The students who were allegedly served the drugged drink deserve to be heard. Additionally, the existence of “witness statements, video evidence, and the statements of the students who filed complaints,” as the community notification stated, means that the case should have proceeded as planned.

Moreover, the University’s acknowledgement that there was plenty of evidence elsewhere demonstrates the University’s lack of trust in the complainants. While both sides’ evidence deserves to be given equal weight, in this case, it seems that the complainants were not treated fairly.

It has become clear that the University has not dealt with this case appropriately. While it is understandable to question lab results that came from a untrustworthy lab — such as the one used for the hair test — and try to find a fair way to move forward, the choice to cancel the hearing was not the correct one. Granted, this case became complicated because of third-party mistakes. Yet either way, the University needs to look out for the well-being and fair treatment of all of its students and make the appropriate decisions to create a safe campus.

Sami Isman ’15 thinks everyone deserves a fair chance to protect themselves and seek justice.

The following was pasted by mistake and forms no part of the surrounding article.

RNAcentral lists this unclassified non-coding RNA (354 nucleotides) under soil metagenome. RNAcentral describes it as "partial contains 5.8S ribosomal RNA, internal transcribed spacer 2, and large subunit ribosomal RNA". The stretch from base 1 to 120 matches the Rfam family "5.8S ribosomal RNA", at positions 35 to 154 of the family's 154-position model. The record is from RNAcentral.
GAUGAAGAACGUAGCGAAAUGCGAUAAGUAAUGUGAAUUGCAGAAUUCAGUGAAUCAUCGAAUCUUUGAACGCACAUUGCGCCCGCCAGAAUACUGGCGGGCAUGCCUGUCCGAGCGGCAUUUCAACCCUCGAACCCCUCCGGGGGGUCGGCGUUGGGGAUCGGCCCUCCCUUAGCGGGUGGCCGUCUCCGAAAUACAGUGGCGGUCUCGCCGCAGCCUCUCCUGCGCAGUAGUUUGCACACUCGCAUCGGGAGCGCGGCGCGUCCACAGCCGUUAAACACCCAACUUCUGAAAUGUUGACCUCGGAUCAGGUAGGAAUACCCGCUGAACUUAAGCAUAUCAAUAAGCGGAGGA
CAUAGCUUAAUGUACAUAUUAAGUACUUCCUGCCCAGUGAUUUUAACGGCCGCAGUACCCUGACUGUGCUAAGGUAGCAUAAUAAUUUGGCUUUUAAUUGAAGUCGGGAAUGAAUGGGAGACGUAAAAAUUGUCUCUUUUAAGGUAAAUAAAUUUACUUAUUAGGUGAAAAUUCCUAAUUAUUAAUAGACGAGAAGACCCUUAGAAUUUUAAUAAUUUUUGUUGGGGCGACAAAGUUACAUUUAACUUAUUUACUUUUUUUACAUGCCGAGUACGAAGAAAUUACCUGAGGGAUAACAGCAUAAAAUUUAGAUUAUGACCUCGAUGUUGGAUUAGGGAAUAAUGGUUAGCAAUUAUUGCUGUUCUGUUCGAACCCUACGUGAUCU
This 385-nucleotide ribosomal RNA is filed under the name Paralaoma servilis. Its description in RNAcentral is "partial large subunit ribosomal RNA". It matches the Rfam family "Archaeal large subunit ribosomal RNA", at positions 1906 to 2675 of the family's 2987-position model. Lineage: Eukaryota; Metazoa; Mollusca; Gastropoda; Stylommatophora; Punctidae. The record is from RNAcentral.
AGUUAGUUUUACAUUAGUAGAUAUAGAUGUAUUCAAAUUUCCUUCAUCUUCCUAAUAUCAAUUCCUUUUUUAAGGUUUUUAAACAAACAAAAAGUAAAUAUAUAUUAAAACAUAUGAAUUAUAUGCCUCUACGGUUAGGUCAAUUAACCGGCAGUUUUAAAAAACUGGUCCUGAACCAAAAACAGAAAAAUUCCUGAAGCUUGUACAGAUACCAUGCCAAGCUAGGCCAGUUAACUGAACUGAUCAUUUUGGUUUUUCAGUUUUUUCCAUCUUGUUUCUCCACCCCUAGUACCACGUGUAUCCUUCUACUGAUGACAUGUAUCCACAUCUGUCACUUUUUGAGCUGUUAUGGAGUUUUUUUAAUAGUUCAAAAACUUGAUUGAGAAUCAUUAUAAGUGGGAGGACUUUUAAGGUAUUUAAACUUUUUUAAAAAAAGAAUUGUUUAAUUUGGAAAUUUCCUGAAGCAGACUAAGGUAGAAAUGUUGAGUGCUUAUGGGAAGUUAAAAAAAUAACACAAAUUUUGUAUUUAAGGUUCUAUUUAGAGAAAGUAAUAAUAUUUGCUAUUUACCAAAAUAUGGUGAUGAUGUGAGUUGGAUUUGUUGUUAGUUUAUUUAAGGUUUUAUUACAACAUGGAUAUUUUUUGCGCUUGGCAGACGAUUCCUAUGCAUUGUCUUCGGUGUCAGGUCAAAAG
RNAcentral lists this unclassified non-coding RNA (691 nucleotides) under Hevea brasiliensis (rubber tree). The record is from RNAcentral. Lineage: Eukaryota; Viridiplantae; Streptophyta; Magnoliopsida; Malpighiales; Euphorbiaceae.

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  1. Simple:

    The hair test actually was done properly, and came back negative. This is already known to many insiders though, for some reason, not communicated. As a result, there could not be a drugging. The Phi Psi accused is not guilty, period.

    This makes your first statement – that this is a straightforward case – true but not in the way you stated.

    However, the deans already punished Phi Psi. They needed a way to not have to change the sanction yet again in order to save face. Yet they could not have a hearing against the individual accused without having the true results and subsequent cover up come to light.

    So, they drop the charges against the individual and try to keep the sanctions against the fraternity. It has nothing to do with the corporation, but everything to do with protecting the deans from a different question: how could they effectively kill off the fraternity and punish its members when none of its members did anything wrong?

    Act4RJ are not starting their understandable yet flawed protests from the right position. Even their leader starts off by saying (paraphrasing here) “the victim did not consume enough GHB for her case to EB clear according to the university…”. Actually this is true – except the physical evidence is that she did not consume any GHB at all.

    Had the university waited to deal with Phi Psi until after the individual’s case, this would have been much cleaner and clearer. Now they have to attack the labs themselves to save their own necks. It is all about timing – not money and, unfortunately, not justice.

  2. Am I reading this right? “Why is the only impartial evidence given the final say?”

    Surely this doesn’t merit a whole column’s worth of incredulity.

  3. Translation says:

    “Someone needs to be burned at the stake for this. Any cisgender white male will do, we’re not picky.”